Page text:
Sports Performance / Peak Performance
When thinking about Neurofeedback most would assume that it is most suitable for those who have neurological issues or some form of a mental disability. Although Neurofeedback has its roots in being a reliable treatment modality for ADHD and Epilepsy, neurofeedback has the ability to improve the high performing brain. Whether you are a high school athlete, collegiate athlete, professional athlete, CEO of a company, or an individual that's looking to get a competitive edge.
At EBP, Using qEEG Brain mapping, we are able to identify low or high brainwave activity which may cause issues related to the inability to focus, mental fatigue, and/or inability to properly manage stress. If the individual is not able to regulate these issues, it can negatively impact the performance. With a treatment regimen according to your specific goals and the way your individual brain performs, Neurofeedback has the ability to:
Increase mental energy.
Improve Impulse control
Increase mental flexibility
Attention and Focus
Sports Performance places heavy demands on the brain to focus while ignoring distracting stimuli. Different sports place different demands on the brain overall, the ability to be attentive and focused would directly impact an individual's performance in a healthy manner. Neurotherapy improves a person's ability to stay on task while maintaining a high level of brain function.
Improves Emotional Control
One of the most difficult aspects of being an athlete is the ability to perform without being influenced by emotional triggers. Anxiety over a big upcoming game or the pressure to perform to high standards can negatively influence how an athlete performs. Neurofeedback stabilizes mood and emotional perception, including the perception and ability to cope with stress. This decreases anxiety overall, making moments of high demand easier to emotionally manage. Neurofeedback helps decrease distractibility caused by these emotions so an athlete can perform optimally.
Increase Cognitive Functioning
As a person ages, the brain naturally begins to decline in certain areas, such as memory. Just as a person must exercise the body to keep in prime physical shape, fitness for the brain is also necessary to keep the brain functioning at its best. Neurofeedback acts as this exercise for the brain to maintain its highest ability. As an athlete age, performance quality does not weaken as it naturally would, as the brain stays in peak condition.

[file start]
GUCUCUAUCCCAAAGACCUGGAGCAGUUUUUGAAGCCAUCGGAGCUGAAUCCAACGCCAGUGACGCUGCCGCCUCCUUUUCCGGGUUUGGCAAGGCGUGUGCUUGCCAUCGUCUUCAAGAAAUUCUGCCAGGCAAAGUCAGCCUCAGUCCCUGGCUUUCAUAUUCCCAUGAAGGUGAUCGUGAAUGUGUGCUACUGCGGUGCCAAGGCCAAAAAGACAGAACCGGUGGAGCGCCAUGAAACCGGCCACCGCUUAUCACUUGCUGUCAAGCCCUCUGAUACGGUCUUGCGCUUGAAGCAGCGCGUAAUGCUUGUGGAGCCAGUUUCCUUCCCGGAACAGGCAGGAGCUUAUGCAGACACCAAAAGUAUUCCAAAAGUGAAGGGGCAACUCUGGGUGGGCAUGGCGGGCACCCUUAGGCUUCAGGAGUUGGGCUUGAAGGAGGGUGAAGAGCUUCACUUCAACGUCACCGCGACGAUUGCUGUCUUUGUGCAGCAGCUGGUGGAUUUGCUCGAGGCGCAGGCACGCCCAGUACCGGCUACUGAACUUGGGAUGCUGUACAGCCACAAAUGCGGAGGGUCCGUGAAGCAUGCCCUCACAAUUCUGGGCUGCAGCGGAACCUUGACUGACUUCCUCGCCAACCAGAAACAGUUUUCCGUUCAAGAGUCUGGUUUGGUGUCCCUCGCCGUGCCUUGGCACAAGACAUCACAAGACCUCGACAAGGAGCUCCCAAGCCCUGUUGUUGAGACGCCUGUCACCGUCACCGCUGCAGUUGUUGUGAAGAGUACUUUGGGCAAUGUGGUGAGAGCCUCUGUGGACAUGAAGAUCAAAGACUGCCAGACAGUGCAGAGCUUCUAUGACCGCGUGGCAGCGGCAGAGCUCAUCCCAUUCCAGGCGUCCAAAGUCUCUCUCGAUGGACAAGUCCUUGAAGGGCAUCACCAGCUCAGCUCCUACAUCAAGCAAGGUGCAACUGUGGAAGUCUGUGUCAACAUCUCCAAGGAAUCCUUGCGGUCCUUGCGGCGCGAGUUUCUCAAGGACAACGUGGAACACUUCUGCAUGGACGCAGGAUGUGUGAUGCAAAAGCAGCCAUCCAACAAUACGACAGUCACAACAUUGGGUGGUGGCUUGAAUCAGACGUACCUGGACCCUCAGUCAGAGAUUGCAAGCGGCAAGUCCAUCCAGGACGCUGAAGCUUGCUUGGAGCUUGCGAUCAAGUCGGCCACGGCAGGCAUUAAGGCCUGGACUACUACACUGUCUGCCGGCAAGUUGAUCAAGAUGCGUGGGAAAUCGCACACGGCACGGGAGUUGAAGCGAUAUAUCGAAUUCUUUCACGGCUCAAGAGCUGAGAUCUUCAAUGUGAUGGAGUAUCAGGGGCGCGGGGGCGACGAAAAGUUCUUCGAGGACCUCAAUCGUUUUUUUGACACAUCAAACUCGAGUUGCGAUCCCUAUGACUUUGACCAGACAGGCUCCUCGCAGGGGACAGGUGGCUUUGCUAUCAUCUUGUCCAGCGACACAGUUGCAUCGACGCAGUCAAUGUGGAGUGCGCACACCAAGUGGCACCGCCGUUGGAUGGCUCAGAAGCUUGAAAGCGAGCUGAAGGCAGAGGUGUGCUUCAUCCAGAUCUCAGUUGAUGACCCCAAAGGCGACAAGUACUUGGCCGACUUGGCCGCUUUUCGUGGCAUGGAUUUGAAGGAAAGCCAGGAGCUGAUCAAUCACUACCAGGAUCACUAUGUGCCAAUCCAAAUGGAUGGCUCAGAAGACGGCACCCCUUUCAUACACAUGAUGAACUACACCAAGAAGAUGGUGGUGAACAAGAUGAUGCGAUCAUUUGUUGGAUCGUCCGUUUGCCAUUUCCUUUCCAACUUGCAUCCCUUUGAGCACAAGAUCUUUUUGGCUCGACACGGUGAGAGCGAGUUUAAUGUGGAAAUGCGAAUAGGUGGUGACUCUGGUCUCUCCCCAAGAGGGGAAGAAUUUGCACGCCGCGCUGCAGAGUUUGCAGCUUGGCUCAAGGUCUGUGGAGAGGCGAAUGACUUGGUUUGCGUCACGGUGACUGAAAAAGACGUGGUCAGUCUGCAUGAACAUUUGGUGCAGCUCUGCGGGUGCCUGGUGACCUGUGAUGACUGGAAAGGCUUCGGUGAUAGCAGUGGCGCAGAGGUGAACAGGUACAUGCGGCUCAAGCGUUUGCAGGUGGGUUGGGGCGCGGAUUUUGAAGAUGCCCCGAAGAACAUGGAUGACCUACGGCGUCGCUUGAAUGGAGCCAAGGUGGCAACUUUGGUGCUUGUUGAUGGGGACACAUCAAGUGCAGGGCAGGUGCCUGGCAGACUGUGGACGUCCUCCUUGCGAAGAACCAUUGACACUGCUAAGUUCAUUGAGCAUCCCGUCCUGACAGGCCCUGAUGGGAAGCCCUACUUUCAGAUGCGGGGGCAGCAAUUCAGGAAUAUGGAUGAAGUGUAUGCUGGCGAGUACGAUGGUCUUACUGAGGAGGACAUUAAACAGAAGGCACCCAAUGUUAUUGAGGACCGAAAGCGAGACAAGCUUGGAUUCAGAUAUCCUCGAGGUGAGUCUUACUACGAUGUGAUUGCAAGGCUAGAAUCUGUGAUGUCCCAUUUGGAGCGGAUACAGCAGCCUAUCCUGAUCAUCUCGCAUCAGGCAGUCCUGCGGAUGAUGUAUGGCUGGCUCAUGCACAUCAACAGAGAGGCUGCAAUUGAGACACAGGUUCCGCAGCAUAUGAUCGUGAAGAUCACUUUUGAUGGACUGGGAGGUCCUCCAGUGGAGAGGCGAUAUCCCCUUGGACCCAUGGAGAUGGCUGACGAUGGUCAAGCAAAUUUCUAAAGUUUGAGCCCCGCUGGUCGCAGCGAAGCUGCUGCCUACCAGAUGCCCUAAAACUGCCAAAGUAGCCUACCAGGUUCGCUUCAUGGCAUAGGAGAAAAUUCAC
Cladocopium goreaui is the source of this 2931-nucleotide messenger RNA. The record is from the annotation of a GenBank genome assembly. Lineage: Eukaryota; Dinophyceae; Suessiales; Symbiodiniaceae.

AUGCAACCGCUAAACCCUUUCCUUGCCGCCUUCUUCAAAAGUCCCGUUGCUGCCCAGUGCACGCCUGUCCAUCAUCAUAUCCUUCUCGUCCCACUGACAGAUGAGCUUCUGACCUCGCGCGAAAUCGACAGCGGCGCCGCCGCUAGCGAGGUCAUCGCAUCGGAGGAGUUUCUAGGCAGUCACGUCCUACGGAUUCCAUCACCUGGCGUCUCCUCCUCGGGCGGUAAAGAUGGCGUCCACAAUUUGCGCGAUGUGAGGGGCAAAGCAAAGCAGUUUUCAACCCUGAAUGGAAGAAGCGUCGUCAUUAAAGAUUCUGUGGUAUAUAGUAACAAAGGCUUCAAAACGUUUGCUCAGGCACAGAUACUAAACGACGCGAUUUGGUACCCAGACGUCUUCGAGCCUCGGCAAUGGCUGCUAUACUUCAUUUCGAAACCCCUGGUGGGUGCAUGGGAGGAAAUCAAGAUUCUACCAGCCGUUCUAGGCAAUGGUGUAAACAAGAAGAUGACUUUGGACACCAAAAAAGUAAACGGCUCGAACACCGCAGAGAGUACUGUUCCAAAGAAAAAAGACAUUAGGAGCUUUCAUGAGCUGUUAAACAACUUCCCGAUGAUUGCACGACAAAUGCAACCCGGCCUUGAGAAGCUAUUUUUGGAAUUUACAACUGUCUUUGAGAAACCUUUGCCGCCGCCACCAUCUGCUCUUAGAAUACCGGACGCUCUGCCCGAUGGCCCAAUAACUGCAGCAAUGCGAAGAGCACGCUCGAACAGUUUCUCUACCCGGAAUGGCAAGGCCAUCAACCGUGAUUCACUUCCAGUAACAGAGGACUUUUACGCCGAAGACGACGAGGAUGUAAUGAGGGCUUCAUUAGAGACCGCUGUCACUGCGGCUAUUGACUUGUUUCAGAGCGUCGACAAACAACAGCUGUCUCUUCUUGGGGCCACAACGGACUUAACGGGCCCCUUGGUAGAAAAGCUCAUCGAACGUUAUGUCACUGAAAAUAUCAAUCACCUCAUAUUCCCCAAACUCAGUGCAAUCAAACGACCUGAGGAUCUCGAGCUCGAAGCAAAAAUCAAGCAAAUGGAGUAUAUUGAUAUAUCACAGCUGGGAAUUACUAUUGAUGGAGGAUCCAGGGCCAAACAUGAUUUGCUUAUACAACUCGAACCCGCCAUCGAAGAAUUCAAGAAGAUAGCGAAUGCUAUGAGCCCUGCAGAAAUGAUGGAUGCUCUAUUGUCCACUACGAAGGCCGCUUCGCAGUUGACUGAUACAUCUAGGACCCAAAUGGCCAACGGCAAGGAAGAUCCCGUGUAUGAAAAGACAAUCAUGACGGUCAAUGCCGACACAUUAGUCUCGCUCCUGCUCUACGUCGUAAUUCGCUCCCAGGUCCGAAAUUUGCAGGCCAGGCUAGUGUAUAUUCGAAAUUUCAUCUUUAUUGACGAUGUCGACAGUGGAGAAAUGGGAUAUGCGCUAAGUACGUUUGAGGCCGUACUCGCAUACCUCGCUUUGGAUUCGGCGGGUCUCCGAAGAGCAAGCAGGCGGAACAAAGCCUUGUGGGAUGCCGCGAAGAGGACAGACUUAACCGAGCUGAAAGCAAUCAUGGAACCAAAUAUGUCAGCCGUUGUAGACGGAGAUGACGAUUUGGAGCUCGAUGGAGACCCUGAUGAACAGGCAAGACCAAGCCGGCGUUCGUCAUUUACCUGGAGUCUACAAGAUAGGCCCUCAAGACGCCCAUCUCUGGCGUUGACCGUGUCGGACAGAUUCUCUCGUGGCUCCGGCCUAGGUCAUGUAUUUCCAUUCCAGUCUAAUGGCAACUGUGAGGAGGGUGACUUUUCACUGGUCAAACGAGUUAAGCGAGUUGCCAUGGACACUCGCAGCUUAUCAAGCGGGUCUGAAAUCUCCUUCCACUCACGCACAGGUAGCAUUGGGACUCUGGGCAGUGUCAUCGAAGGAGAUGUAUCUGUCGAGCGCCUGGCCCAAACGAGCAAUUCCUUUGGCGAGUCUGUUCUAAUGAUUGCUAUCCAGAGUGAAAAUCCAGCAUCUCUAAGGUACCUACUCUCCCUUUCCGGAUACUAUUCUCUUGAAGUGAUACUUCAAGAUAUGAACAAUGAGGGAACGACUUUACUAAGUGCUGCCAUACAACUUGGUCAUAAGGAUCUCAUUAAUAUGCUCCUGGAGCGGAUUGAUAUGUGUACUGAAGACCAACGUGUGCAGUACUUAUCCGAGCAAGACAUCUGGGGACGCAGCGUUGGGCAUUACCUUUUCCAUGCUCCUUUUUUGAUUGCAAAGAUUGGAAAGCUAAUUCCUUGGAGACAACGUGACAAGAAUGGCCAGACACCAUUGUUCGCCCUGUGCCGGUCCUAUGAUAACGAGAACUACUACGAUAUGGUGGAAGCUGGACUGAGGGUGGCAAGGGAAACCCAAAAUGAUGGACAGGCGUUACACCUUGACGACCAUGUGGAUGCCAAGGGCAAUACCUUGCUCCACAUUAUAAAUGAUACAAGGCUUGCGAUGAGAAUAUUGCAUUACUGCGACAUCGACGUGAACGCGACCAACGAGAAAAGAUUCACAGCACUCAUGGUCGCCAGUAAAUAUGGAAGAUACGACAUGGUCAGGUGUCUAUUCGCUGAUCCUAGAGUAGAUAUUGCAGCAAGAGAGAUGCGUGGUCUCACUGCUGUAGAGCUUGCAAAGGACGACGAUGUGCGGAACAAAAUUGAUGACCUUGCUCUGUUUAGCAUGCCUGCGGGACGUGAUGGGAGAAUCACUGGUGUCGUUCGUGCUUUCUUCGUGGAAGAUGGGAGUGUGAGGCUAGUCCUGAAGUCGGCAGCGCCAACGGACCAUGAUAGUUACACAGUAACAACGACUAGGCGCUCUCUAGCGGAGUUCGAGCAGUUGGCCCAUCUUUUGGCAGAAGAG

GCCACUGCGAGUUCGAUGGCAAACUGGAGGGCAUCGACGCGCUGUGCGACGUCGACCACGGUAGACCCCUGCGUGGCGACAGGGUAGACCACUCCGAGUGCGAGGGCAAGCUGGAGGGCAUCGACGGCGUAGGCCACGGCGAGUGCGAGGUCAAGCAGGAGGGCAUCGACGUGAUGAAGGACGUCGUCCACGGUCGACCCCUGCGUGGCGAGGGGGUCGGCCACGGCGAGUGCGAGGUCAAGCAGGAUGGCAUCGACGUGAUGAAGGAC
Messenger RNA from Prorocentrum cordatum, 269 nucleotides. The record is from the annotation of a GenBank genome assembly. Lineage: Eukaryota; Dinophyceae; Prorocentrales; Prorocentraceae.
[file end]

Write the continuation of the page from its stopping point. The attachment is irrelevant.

Restores Brain Function After Sports Concussion or Traumatic Brain Injury.
Athletes suffer from traumatic brain injury due to the nature of sports. Brain injury can occur in one single incident or in less severe yet repetitive incidences, such as when a soccer player hits the ball with their head repeatedly after years of playing. Due to brain injury, difficulties arise in areas such as attention, emotional control, balance control, impulse control, anxiety, depression, insomnia, and even seizures. Neuroplasticity is the brain's natural ability to reorganize itself by creating new neural networks and correcting already existing connections. Thanks to neuroplasticity, neurofeedback is able to teach the brain to function normally once again, even if it has been many years since the initial injury.
Improve Sleep Quality
A person's sleep directly influences how a person performs any task during the day, whether it be intellectual or physical performance. Athletes need recuperative, restorative sleep to maintain brain health. Sleep also assists in the healing process, helping to keep the athlete in the best physical health possible. Neurofeedback has been proven to improve the quality and depth of sleep, which directly benefits an athlete's performance.
"Concentration is a fine antidote to anxiety"
-Jack Nicklaus (Golf Great)
Neurofeedback Research, Peak Performance
Vernon, D., Dempster, T., Bazanova, O., Rutterford, N., Pasqualini, M., Andersen, S. (2009). Alpha neurofeedback training for performance enhancement: Reviewing the methodology. Journal of Neurotherapy 13(4), Pages 214 – 227.
Albert, A. O., Andrasik, F., Moore, J. L., & Dunn, B. R. (1998). Theta/beta training for attention, concentration and memory improvement in the geriatric population. Applied Psychophysiology & Biofeedback, 23(2), 109. Abstract.